The NISCC fitness for practice results state: “The Trust confirmed that the registrant was assigned to Nursing Services between January 2021 and May 2021 and thereafter to the Children with Disabilities Service from 30 June 2021 to 28 November 2021.”
NISCC received a referral from the Belfast Trust on December 10, 2021, saying they were aware that he was arrested in August 2020 and charged “with attempted murder of a pregnant woman and GBH of another, as well as three other charges related to events of August 6, 2020”.
The Trust said, “unaware of the foregoing,” the Trust employed Osemwegie, 48, through an employment agency.
The NISCC report states that when Osemwegie failed to show up for work as expected on November 29, 2021, investigations by the Trust with police and NISCC revealed that he had been convicted in connection with the bloody attack.
“I believe the registrant is currently in custody awaiting sentencing and cannot be contacted,” the Trust referral reads.
A spokesman for the Belfast Trust said: “Temporary workers are employed directly by recruitment agencies and it is therefore the responsibility of these agencies to ensure a person’s fitness for work before they are placed with a health and social care foundation.
“On 30 November 2021, staff at Belfast Trust raised concerns about an agency employee and immediately launched an investigation into the validity and accuracy of pre-employment checks that recruitment agencies are required to conduct before their staff can work with us.”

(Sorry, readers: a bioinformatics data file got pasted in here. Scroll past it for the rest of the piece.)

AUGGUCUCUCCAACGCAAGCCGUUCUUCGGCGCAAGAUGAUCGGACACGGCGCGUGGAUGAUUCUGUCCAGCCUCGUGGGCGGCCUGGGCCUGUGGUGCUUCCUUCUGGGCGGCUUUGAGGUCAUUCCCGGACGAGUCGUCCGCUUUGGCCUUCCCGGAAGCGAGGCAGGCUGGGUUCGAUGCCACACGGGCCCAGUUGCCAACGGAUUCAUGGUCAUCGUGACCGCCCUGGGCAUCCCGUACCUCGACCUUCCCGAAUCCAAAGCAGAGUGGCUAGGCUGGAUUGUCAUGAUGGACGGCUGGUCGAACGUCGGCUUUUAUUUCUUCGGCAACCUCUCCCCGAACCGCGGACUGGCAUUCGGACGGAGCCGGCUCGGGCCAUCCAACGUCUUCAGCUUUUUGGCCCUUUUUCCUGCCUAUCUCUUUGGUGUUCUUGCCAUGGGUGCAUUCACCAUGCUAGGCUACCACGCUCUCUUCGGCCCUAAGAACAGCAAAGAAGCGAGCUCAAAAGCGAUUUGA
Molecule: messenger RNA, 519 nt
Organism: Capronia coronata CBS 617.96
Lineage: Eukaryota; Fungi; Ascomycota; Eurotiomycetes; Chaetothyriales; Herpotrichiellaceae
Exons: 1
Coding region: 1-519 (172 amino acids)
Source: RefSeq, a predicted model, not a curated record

As a result of the investigation, the Trust alerted a number of authorities including the PSNI, Department of Health and NISCC, while immediately directing all social care managers to directly view all recruitment agencies’ Access NI certificates to verify their accuracy and authenticity.
The spokesperson continued: “This included all existing agency staff who work in social care. This additional safeguard has been in effect since December 2021 and provides the Trust with another layer of security.”
The Trust also conducted a risk assessment to determine Osemwegie’s contact with children and families and “found no concerns” at the time, so users of the service were not informed.
“However, we recognize that this was not best practice and we sincerely apologize for it,” the spokesman continued.
“Our staff have since spoken to these carers, reached out to families and arranged support for the service users who have been in contact with this individual, to make them aware of the circumstances and to provide them with an opportunity to discuss any concerns they may have.
“We have also offered a one-stop shop should they need support or guidance in the future.
“The safety of all of our patients, service users and staff is paramount and Belfast Trust will continue to closely review all Access NI Enhanced Disclosure exams for agency workers applying for work in social care.”
The PSNI and Archer Resourcing did not respond to a request for comment while NISCC was unable to be contacted.
https://www.independent.ie/irish-news/care-worker-still-employed-for-nearly-a-year-after-attempted-murder-charge-41961227.html Caregiver employed for almost a year after being charged with attempted murder